Tommy's PregnancyHub

Morning sickness relief - information and support

It’s very common to feel sick during the first few months of pregnancy, and sometimes for a bit longer.

Pregnancy sickness – or morning sickness – is thought to be a reaction to high levels of pregnancy hormones, in particular human chorionic gonadotropin (hCG). These hormones rise quickly during the first few weeks of pregnancy.

Pregnancy sickness is often at its worst when you first wake up, which is why it is called morning sickness, but it can happen at any time of day.

For most women, the first 12 weeks are the worst. After that you should slowly start to feel better. By around 16-20 weeks, you will probably find that the sickness has completely gone away.

Not every pregnant woman will get morning sickness. Pregnancy symptoms vary a lot, so don’t worry if you don’t have one of them.

Is there a cure for morning sickness?

No, there is no surefire way of stopping morning sickness. But there are some things that may give you some relief. These ideas have not been scientifically proven to work but they have helped some women, so you might like to try them out:

  • Eat little and often. Try eating six small meals a day instead of three big meals.
  • Rest. When you are tired the sickness can get worse.
  • Avoid foods with lots of sugar or saturated fats – such as sweets, chocolate and red meat.
  • Carbohydrates – things like bread, rice, potatoes and pasta – can be easier to eat when you’re feeling nauseous.
  • If possible, keep away from ‘triggers’ – food or smells that make you feel sick.
  • Have a small snack before getting up in the morning – something like dry toast or crackers.
  • Try foods or drinks that have ginger in them. You could try ginger biscuits, crystallised ginger or ginger herbal tea.
  • Try wearing acupressure bands throughout the day. You can buy elastic acupressure wristbands from most pharmacies. These bands have a plastic button that presses on the acupressure point on the wrist and it may help relieve the nausea.

What should I do if I get morning sickness at work?

This can be challenging, especially if you’re not ready to tell your colleagues about your pregnancy.

If you feel very ill it’s probably a good idea to tell your manager at work at work that you’re pregnant, but you don’t have to.

If you do decide to tell them about your pregnancy, this is a good time to talk about any changes to your work that might help.For example, you might need easier access to a toilet. Or if smells from the kitchen or canteen are triggering your sickness, maybe you could move somewhere else until you feel better.

Try not to worry too much about people knowing you are pregnant – it’s more important to look after yourself.

What if my morning sickness is really bad?

If you can’t keep any food or drink down, or you are worried at all about pregnancy sickness, see your midwife or doctor. You may have a condition called hyperemesis gravidarum.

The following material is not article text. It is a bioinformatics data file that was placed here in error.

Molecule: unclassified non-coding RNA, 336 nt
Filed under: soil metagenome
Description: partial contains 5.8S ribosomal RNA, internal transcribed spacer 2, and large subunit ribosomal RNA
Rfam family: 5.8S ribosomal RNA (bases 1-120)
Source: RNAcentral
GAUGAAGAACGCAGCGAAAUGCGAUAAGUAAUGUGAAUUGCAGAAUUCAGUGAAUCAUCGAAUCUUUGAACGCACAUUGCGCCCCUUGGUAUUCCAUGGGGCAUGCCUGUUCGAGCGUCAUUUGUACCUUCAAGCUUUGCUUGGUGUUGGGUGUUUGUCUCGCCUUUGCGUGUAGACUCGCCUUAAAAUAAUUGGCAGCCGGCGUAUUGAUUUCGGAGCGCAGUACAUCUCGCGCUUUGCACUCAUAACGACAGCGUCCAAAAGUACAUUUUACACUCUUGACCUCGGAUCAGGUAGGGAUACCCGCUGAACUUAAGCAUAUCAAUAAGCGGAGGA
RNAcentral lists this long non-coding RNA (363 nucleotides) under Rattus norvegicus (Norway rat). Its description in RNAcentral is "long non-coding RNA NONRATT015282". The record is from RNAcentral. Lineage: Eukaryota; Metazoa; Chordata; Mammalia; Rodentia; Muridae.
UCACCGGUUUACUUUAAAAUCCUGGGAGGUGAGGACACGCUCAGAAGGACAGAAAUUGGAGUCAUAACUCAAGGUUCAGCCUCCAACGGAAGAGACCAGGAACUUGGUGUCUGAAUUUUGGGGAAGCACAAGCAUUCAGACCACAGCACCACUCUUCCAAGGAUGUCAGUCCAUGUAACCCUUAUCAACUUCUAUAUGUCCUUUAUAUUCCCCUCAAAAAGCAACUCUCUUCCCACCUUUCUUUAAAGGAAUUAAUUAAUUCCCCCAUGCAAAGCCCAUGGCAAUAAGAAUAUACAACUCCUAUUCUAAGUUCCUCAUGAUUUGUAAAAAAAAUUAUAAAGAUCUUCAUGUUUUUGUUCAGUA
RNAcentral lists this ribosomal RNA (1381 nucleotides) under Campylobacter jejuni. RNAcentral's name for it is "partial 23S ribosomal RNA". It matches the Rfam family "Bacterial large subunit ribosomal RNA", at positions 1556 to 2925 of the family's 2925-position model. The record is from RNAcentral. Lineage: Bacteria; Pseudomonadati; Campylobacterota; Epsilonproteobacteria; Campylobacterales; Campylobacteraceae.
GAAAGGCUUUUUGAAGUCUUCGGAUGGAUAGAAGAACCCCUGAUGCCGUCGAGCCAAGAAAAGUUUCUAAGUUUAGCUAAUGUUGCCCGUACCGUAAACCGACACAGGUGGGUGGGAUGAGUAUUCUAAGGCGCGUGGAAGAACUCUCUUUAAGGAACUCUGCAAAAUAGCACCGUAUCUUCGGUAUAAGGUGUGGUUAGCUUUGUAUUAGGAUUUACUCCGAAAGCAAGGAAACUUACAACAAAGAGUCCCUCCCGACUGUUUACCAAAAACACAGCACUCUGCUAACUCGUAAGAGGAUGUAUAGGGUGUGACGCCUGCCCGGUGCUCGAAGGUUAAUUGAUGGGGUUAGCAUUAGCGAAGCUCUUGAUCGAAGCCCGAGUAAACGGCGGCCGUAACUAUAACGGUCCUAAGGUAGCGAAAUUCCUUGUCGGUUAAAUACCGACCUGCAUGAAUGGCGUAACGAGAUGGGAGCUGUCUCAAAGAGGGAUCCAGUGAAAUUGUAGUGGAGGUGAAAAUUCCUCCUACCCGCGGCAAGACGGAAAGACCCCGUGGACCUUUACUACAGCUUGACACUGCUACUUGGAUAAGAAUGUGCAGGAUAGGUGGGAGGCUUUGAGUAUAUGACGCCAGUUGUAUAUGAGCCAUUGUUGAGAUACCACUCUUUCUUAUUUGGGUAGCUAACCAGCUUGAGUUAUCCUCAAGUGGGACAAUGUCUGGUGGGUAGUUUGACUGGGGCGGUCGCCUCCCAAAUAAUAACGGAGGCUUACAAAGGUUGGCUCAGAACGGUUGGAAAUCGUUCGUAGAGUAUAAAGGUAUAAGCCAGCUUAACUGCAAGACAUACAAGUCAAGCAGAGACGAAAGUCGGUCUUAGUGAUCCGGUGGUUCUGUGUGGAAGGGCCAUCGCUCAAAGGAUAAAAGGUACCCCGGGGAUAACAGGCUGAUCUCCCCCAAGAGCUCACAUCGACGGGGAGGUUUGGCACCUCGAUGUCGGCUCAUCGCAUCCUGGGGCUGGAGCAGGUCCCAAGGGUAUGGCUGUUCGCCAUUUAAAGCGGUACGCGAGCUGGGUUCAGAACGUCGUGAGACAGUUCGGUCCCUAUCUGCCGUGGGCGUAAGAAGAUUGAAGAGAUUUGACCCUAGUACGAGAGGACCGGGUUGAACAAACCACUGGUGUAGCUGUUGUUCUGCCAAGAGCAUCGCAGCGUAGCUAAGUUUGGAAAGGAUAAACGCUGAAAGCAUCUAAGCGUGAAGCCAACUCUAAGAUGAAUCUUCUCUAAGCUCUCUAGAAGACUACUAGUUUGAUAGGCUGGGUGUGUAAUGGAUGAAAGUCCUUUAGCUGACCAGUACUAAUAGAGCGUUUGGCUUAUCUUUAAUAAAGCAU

What is hyperemesis gravidarum?

Hyperemesis gravidarum is a condition which causes excessive sickness and vomiting in pregnancy.

Symptoms of hyperemesis gravidarum

Other than severe nausea and sickness, you may also notice:

  • dark concentrated urine
  • weeing less often
  • feeling faint or dizzy
  • losing weight
  • blood in your vomit
  • a high temperature
  • low blood pressure.

If you are vomiting several times a day or are not able to eat and drink at all without being sick, you may be dehydrated, which is why you feel so bad.

Treating hyperemesis gravidarum

There are several medicines that are safe to use in pregnancy, including anti-sickness drugs (anti-emetics) or steroids. If you’re too sick to keep anything down, they can be given by injection.

You may also be prescribed a vitamin B supplement, which can help as well.

Hyperemesis can also affect how you feel emotionally and you may need some support with this.

If your sickness is really severe and you’re struggling to control it, you may need to go into hospital for treatment. This will usually be for a few days so the doctors can assess the condition and work out the best way to manage it for you and your baby.

Support for hyperemesis gravidarum (HG)

  1. Macdonald S, Magill-Cuerden J (2012), Mayes’ Midwifery, 14th edition, London, Ballière Tindall
  2. Matthews A, Haas DM, O'Mathúna DP, Dowswell T, Doyle M, 'Interventions for nausea and vomiting in early pregnancy', Cochrane Database of Systematic Reviews 2014, Issue 3. Art. No.: CD007575. DOI: 10.1002/14651858.CD007575.pub3.
  3. NHS Choices, 'Nausea and morning sickness' http://www.nhs.uk/conditions/pregnancy-and-baby/pages/morning-sickness-nausea.aspx [accessed 29/03/2018]
  4.  HSE, ‘New and Expectant Mothers: The law’, London, HSE: http://www.hse.gov.uk/mothers/law.htm [accessed 29/03/2018]
  5. Gov.uk, ‘Pregnant employees’ rights’: https://www.gov.uk/working-when-pregnant-your-rights [accessed 29/03/2018]
  6. NHS Choices, ‘Severe vomiting in pregnancy’http://www.nhs.uk/Conditions/pregnancy-and-baby/Pages/Severe-vomiting-in-pregnancy-hyperemesis-gravidarum.aspx[accessed 29/03/2018]
  7. RCOG (2016), ‘The Management of Nausea and Vomiting of Pregnancy and Hyperemesis Gravidarum’https://www.rcog.org.uk/globalassets/documents/guidelines/green-top-guidelines/gtg69-hyperemesis.pdf [accessed 29/03/2018]
Review dates
Last reviewed: 10 April 2018
Next review: 10 April 2021